The Animal and Plant Health Agency (APHA) has eased some of its Bluetongue virus (BTV) restrictions following a reduction in midge activity.
Infected animals are no longer being culled in cases where test results indicate an older infection and the presence of BTV antibodies. However, infected animals may still be restricted at their current locations and other measures taken to mitigate the spread of the disease.
Restrictions for moving livestock within and into the Kent and Norfolk Temporary Control Zones are also being eased. Live animals will be allowed out of the zones if they meet certain conditions, including testing negative in pre-movement tests.
The change in approach comes as the affected areas enter a seasonally low vector period. Midges, which spread the disease, are no longer feeding, and low temperatures mean that the virus cannot replicate in midges, reducing the risk of transmission further.
Surveillance measures are continuing and cases are still being detected in the existing TCZs. A new case was confirmed at a premises near Reedham in the Norfolk TCZ yesterday (6 February), bringing the total number of cases to 85 since the BTV-3 strain was first identified in England in November.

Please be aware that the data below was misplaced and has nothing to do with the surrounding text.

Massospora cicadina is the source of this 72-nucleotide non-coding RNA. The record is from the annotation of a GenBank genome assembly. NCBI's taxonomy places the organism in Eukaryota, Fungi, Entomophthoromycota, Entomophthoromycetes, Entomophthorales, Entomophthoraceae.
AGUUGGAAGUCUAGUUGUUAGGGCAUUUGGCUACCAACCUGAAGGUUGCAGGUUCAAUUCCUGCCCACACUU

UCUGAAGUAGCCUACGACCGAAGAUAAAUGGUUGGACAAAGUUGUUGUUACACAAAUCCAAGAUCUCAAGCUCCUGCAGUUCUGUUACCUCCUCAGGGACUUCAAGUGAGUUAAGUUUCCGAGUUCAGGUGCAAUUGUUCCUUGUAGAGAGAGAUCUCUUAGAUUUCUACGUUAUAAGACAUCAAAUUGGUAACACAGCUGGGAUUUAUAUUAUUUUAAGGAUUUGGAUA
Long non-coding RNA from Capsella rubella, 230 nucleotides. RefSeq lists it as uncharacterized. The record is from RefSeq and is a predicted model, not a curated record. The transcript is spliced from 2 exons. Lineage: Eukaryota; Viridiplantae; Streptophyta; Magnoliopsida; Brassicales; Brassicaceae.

Christine Middlemiss, chief veterinary officer, said: “These detections are an example of our robust disease surveillance procedures in action and it is also a clear reminder for farmers that the disease remains a threat, despite coming towards the end of the midge activity season.
“We are now in a seasonally low vector period, when midge activity is much lower and there is reduced risk of disease, however I urge farmers to remain vigilant and report any suspicions to APHA.”
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